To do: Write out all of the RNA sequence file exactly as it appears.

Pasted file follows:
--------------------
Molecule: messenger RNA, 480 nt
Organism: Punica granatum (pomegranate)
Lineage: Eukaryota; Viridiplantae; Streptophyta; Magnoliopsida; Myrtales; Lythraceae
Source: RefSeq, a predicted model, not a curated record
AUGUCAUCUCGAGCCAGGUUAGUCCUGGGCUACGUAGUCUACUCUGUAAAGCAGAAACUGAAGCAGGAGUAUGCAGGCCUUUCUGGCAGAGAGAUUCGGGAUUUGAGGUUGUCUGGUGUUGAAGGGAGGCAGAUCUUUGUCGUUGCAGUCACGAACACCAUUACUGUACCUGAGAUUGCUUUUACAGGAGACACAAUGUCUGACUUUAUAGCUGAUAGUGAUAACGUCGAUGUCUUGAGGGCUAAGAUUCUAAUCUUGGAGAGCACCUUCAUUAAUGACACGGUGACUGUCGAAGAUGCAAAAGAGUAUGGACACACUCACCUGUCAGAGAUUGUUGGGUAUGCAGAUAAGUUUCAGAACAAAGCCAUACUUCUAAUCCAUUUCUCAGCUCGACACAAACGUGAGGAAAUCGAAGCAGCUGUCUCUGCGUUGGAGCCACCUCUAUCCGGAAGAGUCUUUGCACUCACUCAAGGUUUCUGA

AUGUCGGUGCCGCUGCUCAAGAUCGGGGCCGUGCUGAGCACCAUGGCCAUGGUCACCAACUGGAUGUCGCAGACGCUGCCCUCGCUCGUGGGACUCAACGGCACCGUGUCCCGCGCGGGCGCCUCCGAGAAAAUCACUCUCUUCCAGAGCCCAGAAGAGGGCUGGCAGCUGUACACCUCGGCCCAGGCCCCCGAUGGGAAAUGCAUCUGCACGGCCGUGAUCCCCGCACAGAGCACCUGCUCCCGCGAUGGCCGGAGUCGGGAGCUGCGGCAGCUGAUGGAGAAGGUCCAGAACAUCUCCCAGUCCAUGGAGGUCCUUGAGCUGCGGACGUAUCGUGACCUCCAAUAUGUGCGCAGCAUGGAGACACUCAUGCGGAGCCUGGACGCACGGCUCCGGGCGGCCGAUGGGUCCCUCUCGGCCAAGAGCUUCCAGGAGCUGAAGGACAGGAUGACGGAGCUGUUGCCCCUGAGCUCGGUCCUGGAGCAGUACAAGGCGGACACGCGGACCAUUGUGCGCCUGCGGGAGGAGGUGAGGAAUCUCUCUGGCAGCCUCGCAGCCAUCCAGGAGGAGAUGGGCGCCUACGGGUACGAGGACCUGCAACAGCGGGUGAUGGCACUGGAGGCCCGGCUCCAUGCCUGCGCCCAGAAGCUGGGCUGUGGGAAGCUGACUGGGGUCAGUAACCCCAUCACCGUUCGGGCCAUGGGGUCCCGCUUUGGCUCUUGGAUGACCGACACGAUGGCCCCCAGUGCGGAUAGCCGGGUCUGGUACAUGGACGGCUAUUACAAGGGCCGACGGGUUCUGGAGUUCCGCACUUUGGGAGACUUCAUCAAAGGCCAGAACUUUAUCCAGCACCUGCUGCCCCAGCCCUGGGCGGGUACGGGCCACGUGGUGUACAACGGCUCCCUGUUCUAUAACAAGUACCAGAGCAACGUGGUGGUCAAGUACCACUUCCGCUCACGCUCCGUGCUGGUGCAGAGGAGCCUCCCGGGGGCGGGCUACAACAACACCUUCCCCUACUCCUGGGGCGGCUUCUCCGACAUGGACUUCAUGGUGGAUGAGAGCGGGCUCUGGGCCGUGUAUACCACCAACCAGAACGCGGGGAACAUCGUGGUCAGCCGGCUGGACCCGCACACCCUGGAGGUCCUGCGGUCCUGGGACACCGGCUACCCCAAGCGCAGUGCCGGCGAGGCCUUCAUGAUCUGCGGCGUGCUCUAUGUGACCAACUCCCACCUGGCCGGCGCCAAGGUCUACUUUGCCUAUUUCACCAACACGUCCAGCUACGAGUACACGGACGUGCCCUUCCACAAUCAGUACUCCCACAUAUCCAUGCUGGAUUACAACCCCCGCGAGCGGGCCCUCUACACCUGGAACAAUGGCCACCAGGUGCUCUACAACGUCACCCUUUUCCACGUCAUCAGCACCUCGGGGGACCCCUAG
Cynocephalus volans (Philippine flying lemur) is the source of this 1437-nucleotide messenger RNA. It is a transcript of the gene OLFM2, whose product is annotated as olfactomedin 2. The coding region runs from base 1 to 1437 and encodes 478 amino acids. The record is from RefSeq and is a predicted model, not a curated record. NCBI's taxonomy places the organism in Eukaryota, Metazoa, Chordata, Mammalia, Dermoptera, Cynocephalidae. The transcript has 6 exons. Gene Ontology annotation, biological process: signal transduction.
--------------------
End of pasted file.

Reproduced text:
Molecule: messenger RNA, 480 nt
Organism: Punica granatum (pomegranate)
Lineage: Eukaryota; Viridiplantae; Streptophyta; Magnoliopsida; Myrtales; Lythraceae
Source: RefSeq, a predicted model, not a curated record
AUGUCAUCUCGAGCCAGGUUAGUCCUGGGCUACGUAGUCUACUCUGUAAAGCAGAAACUGAAGCAGGAGUAUGCAGGCCUUUCUGGCAGAGAGAUUCGGGAUUUGAGGUUGUCUGGUGUUGAAGGGAGGCAGAUCUUUGUCGUUGCAGUCACGAACACCAUUACUGUACCUGAGAUUGCUUUUACAGGAGACACAAUGUCUGACUUUAUAGCUGAUAGUGAUAACGUCGAUGUCUUGAGGGCUAAGAUUCUAAUCUUGGAGAGCACCUUCAUUAAUGACACGGUGACUGUCGAAGAUGCAAAAGAGUAUGGACACACUCACCUGUCAGAGAUUGUUGGGUAUGCAGAUAAGUUUCAGAACAAAGCCAUACUUCUAAUCCAUUUCUCAGCUCGACACAAACGUGAGGAAAUCGAAGCAGCUGUCUCUGCGUUGGAGCCACCUCUAUCCGGAAGAGUCUUUGCACUCACUCAAGGUUUCUGA

AUGUCGGUGCCGCUGCUCAAGAUCGGGGCCGUGCUGAGCACCAUGGCCAUGGUCACCAACUGGAUGUCGCAGACGCUGCCCUCGCUCGUGGGACUCAACGGCACCGUGUCCCGCGCGGGCGCCUCCGAGAAAAUCACUCUCUUCCAGAGCCCAGAAGAGGGCUGGCAGCUGUACACCUCGGCCCAGGCCCCCGAUGGGAAAUGCAUCUGCACGGCCGUGAUCCCCGCACAGAGCACCUGCUCCCGCGAUGGCCGGAGUCGGGAGCUGCGGCAGCUGAUGGAGAAGGUCCAGAACAUCUCCCAGUCCAUGGAGGUCCUUGAGCUGCGGACGUAUCGUGACCUCCAAUAUGUGCGCAGCAUGGAGACACUCAUGCGGAGCCUGGACGCACGGCUCCGGGCGGCCGAUGGGUCCCUCUCGGCCAAGAGCUUCCAGGAGCUGAAGGACAGGAUGACGGAGCUGUUGCCCCUGAGCUCGGUCCUGGAGCAGUACAAGGCGGACACGCGGACCAUUGUGCGCCUGCGGGAGGAGGUGAGGAAUCUCUCUGGCAGCCUCGCAGCCAUCCAGGAGGAGAUGGGCGCCUACGGGUACGAGGACCUGCAACAGCGGGUGAUGGCACUGGAGGCCCGGCUCCAUGCCUGCGCCCAGAAGCUGGGCUGUGGGAAGCUGACUGGGGUCAGUAACCCCAUCACCGUUCGGGCCAUGGGGUCCCGCUUUGGCUCUUGGAUGACCGACACGAUGGCCCCCAGUGCGGAUAGCCGGGUCUGGUACAUGGACGGCUAUUACAAGGGCCGACGGGUUCUGGAGUUCCGCACUUUGGGAGACUUCAUCAAAGGCCAGAACUUUAUCCAGCACCUGCUGCCCCAGCCCUGGGCGGGUACGGGCCACGUGGUGUACAACGGCUCCCUGUUCUAUAACAAGUACCAGAGCAACGUGGUGGUCAAGUACCACUUCCGCUCACGCUCCGUGCUGGUGCAGAGGAGCCUCCCGGGGGCGGGCUACAACAACACCUUCCCCUACUCCUGGGGCGGCUUCUCCGACAUGGACUUCAUGGUGGAUGAGAGCGGGCUCUGGGCCGUGUAUACCACCAACCAGAACGCGGGGAACAUCGUGGUCAGCCGGCUGGACCCGCACACCCUGGAGGUCCUGCGGUCCUGGGACACCGGCUACCCCAAGCGCAGUGCCGGCGAGGCCUUCAUGAUCUGCGGCGUGCUCUAUGUGACCAACUCCCACCUGGCCGGCGCCAAGGUCUACUUUGCCUAUUUCACCAACACGUCCAGCUACGAGUACACGGACGUGCCCUUCCACAAUCAGUACUCCCACAUAUCCAUGCUGGAUUACAACCCCCGCGAGCGGGCCCUCUACACCUGGAACAAUGGCCACCAGGUGCUCUACAACGUCACCCUUUUCCACGUCAUCAGCACCUCGGGGGACCCCUAG
Cynocephalus volans (Philippine flying lemur) is the source of this 1437-nucleotide messenger RNA. It is a transcript of the gene OLFM2, whose product is annotated as olfactomedin 2. The coding region runs from base 1 to 1437 and encodes 478 amino acids. The record is from RefSeq and is a predicted model, not a curated record. NCBI's taxonomy places the organism in Eukaryota, Metazoa, Chordata, Mammalia, Dermoptera, Cynocephalidae. The transcript has 6 exons. Gene Ontology annotation, biological process: signal transduction.